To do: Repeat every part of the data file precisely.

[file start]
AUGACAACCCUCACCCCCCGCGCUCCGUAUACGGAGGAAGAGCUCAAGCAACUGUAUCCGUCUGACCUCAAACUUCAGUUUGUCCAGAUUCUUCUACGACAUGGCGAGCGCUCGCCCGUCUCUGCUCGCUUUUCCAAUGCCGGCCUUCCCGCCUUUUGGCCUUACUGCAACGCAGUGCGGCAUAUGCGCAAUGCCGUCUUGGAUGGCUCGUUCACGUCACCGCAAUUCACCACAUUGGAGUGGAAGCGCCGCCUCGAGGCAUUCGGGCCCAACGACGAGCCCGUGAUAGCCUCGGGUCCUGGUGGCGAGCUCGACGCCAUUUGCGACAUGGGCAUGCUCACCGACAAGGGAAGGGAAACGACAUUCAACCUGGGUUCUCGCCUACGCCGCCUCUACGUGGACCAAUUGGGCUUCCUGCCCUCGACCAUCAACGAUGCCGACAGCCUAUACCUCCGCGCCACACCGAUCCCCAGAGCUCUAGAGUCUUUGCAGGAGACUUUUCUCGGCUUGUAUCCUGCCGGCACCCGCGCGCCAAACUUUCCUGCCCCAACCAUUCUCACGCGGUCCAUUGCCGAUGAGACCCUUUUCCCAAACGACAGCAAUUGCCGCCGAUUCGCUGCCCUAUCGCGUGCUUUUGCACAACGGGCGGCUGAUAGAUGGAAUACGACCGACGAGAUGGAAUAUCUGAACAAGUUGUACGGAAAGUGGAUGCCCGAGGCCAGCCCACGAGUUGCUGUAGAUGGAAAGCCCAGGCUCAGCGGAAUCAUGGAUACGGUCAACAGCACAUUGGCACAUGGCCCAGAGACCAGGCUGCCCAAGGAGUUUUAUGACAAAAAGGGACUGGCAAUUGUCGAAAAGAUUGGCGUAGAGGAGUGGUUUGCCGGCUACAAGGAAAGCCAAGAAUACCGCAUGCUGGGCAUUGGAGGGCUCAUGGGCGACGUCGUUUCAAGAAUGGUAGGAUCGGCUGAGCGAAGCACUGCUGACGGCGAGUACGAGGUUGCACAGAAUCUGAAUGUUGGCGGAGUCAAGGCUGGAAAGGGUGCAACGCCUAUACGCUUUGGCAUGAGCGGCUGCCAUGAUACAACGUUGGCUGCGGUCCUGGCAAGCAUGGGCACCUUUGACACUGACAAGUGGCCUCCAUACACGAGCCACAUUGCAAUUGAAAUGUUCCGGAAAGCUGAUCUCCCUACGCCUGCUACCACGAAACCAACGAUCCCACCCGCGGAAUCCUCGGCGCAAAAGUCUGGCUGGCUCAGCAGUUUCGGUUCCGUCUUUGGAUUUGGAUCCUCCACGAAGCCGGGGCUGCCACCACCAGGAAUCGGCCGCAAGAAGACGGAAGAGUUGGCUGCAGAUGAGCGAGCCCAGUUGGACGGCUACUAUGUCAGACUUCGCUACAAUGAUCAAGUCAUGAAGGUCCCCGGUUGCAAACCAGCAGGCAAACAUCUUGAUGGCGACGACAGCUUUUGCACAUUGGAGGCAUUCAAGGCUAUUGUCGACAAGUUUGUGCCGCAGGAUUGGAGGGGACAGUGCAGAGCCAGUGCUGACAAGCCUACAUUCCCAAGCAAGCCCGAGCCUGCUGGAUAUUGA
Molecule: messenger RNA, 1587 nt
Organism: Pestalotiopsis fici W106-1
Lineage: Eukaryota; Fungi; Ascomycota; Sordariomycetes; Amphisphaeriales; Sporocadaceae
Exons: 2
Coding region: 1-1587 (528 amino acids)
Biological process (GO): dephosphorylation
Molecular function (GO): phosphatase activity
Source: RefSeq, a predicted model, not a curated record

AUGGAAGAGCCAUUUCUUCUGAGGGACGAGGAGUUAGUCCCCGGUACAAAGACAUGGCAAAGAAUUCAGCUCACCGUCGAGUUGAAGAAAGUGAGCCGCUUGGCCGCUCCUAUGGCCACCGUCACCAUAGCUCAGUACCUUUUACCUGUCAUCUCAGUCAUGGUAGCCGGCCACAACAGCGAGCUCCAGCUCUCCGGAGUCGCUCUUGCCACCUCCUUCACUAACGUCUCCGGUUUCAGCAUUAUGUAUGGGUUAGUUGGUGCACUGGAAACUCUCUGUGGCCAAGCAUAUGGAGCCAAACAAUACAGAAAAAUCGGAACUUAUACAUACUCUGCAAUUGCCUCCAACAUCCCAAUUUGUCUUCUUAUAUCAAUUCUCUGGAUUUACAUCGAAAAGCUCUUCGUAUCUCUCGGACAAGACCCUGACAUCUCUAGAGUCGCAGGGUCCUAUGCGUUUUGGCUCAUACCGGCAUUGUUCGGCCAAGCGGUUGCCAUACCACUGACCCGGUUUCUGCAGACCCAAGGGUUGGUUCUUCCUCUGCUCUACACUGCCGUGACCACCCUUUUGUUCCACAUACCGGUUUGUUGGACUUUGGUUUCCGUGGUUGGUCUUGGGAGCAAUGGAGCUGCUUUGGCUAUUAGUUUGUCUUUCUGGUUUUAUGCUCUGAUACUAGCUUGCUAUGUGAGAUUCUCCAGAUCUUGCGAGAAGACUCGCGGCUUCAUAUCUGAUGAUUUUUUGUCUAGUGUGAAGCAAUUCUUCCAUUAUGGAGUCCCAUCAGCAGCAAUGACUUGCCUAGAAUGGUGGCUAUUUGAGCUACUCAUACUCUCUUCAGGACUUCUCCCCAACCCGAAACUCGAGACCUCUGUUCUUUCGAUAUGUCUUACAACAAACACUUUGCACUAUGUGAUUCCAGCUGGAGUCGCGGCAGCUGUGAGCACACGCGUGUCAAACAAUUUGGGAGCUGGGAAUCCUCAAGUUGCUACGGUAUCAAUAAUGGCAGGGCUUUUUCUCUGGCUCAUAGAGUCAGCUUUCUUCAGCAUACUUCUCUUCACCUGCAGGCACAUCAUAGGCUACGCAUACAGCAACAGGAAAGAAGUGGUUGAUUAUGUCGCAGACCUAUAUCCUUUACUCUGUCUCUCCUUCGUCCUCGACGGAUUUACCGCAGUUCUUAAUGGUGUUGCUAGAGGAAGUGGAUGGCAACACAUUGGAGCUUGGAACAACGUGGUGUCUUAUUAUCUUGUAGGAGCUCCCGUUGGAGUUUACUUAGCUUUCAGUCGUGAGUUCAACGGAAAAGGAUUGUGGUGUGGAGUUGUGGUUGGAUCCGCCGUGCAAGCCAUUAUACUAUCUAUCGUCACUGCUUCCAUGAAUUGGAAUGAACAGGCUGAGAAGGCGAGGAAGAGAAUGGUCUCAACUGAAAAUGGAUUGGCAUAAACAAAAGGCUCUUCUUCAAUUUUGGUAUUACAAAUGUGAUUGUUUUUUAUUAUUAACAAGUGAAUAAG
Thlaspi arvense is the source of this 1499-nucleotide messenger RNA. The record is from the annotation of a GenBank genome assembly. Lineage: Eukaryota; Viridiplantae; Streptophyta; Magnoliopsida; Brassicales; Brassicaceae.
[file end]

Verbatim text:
AUGACAACCCUCACCCCCCGCGCUCCGUAUACGGAGGAAGAGCUCAAGCAACUGUAUCCGUCUGACCUCAAACUUCAGUUUGUCCAGAUUCUUCUACGACAUGGCGAGCGCUCGCCCGUCUCUGCUCGCUUUUCCAAUGCCGGCCUUCCCGCCUUUUGGCCUUACUGCAACGCAGUGCGGCAUAUGCGCAAUGCCGUCUUGGAUGGCUCGUUCACGUCACCGCAAUUCACCACAUUGGAGUGGAAGCGCCGCCUCGAGGCAUUCGGGCCCAACGACGAGCCCGUGAUAGCCUCGGGUCCUGGUGGCGAGCUCGACGCCAUUUGCGACAUGGGCAUGCUCACCGACAAGGGAAGGGAAACGACAUUCAACCUGGGUUCUCGCCUACGCCGCCUCUACGUGGACCAAUUGGGCUUCCUGCCCUCGACCAUCAACGAUGCCGACAGCCUAUACCUCCGCGCCACACCGAUCCCCAGAGCUCUAGAGUCUUUGCAGGAGACUUUUCUCGGCUUGUAUCCUGCCGGCACCCGCGCGCCAAACUUUCCUGCCCCAACCAUUCUCACGCGGUCCAUUGCCGAUGAGACCCUUUUCCCAAACGACAGCAAUUGCCGCCGAUUCGCUGCCCUAUCGCGUGCUUUUGCACAACGGGCGGCUGAUAGAUGGAAUACGACCGACGAGAUGGAAUAUCUGAACAAGUUGUACGGAAAGUGGAUGCCCGAGGCCAGCCCACGAGUUGCUGUAGAUGGAAAGCCCAGGCUCAGCGGAAUCAUGGAUACGGUCAACAGCACAUUGGCACAUGGCCCAGAGACCAGGCUGCCCAAGGAGUUUUAUGACAAAAAGGGACUGGCAAUUGUCGAAAAGAUUGGCGUAGAGGAGUGGUUUGCCGGCUACAAGGAAAGCCAAGAAUACCGCAUGCUGGGCAUUGGAGGGCUCAUGGGCGACGUCGUUUCAAGAAUGGUAGGAUCGGCUGAGCGAAGCACUGCUGACGGCGAGUACGAGGUUGCACAGAAUCUGAAUGUUGGCGGAGUCAAGGCUGGAAAGGGUGCAACGCCUAUACGCUUUGGCAUGAGCGGCUGCCAUGAUACAACGUUGGCUGCGGUCCUGGCAAGCAUGGGCACCUUUGACACUGACAAGUGGCCUCCAUACACGAGCCACAUUGCAAUUGAAAUGUUCCGGAAAGCUGAUCUCCCUACGCCUGCUACCACGAAACCAACGAUCCCACCCGCGGAAUCCUCGGCGCAAAAGUCUGGCUGGCUCAGCAGUUUCGGUUCCGUCUUUGGAUUUGGAUCCUCCACGAAGCCGGGGCUGCCACCACCAGGAAUCGGCCGCAAGAAGACGGAAGAGUUGGCUGCAGAUGAGCGAGCCCAGUUGGACGGCUACUAUGUCAGACUUCGCUACAAUGAUCAAGUCAUGAAGGUCCCCGGUUGCAAACCAGCAGGCAAACAUCUUGAUGGCGACGACAGCUUUUGCACAUUGGAGGCAUUCAAGGCUAUUGUCGACAAGUUUGUGCCGCAGGAUUGGAGGGGACAGUGCAGAGCCAGUGCUGACAAGCCUACAUUCCCAAGCAAGCCCGAGCCUGCUGGAUAUUGA
Molecule: messenger RNA, 1587 nt
Organism: Pestalotiopsis fici W106-1
Lineage: Eukaryota; Fungi; Ascomycota; Sordariomycetes; Amphisphaeriales; Sporocadaceae
Exons: 2
Coding region: 1-1587 (528 amino acids)
Biological process (GO): dephosphorylation
Molecular function (GO): phosphatase activity
Source: RefSeq, a predicted model, not a curated record

AUGGAAGAGCCAUUUCUUCUGAGGGACGAGGAGUUAGUCCCCGGUACAAAGACAUGGCAAAGAAUUCAGCUCACCGUCGAGUUGAAGAAAGUGAGCCGCUUGGCCGCUCCUAUGGCCACCGUCACCAUAGCUCAGUACCUUUUACCUGUCAUCUCAGUCAUGGUAGCCGGCCACAACAGCGAGCUCCAGCUCUCCGGAGUCGCUCUUGCCACCUCCUUCACUAACGUCUCCGGUUUCAGCAUUAUGUAUGGGUUAGUUGGUGCACUGGAAACUCUCUGUGGCCAAGCAUAUGGAGCCAAACAAUACAGAAAAAUCGGAACUUAUACAUACUCUGCAAUUGCCUCCAACAUCCCAAUUUGUCUUCUUAUAUCAAUUCUCUGGAUUUACAUCGAAAAGCUCUUCGUAUCUCUCGGACAAGACCCUGACAUCUCUAGAGUCGCAGGGUCCUAUGCGUUUUGGCUCAUACCGGCAUUGUUCGGCCAAGCGGUUGCCAUACCACUGACCCGGUUUCUGCAGACCCAAGGGUUGGUUCUUCCUCUGCUCUACACUGCCGUGACCACCCUUUUGUUCCACAUACCGGUUUGUUGGACUUUGGUUUCCGUGGUUGGUCUUGGGAGCAAUGGAGCUGCUUUGGCUAUUAGUUUGUCUUUCUGGUUUUAUGCUCUGAUACUAGCUUGCUAUGUGAGAUUCUCCAGAUCUUGCGAGAAGACUCGCGGCUUCAUAUCUGAUGAUUUUUUGUCUAGUGUGAAGCAAUUCUUCCAUUAUGGAGUCCCAUCAGCAGCAAUGACUUGCCUAGAAUGGUGGCUAUUUGAGCUACUCAUACUCUCUUCAGGACUUCUCCCCAACCCGAAACUCGAGACCUCUGUUCUUUCGAUAUGUCUUACAACAAACACUUUGCACUAUGUGAUUCCAGCUGGAGUCGCGGCAGCUGUGAGCACACGCGUGUCAAACAAUUUGGGAGCUGGGAAUCCUCAAGUUGCUACGGUAUCAAUAAUGGCAGGGCUUUUUCUCUGGCUCAUAGAGUCAGCUUUCUUCAGCAUACUUCUCUUCACCUGCAGGCACAUCAUAGGCUACGCAUACAGCAACAGGAAAGAAGUGGUUGAUUAUGUCGCAGACCUAUAUCCUUUACUCUGUCUCUCCUUCGUCCUCGACGGAUUUACCGCAGUUCUUAAUGGUGUUGCUAGAGGAAGUGGAUGGCAACACAUUGGAGCUUGGAACAACGUGGUGUCUUAUUAUCUUGUAGGAGCUCCCGUUGGAGUUUACUUAGCUUUCAGUCGUGAGUUCAACGGAAAAGGAUUGUGGUGUGGAGUUGUGGUUGGAUCCGCCGUGCAAGCCAUUAUACUAUCUAUCGUCACUGCUUCCAUGAAUUGGAAUGAACAGGCUGAGAAGGCGAGGAAGAGAAUGGUCUCAACUGAAAAUGGAUUGGCAUAAACAAAAGGCUCUUCUUCAAUUUUGGUAUUACAAAUGUGAUUGUUUUUUAUUAUUAACAAGUGAAUAAG
Thlaspi arvense is the source of this 1499-nucleotide messenger RNA. The record is from the annotation of a GenBank genome assembly. Lineage: Eukaryota; Viridiplantae; Streptophyta; Magnoliopsida; Brassicales; Brassicaceae.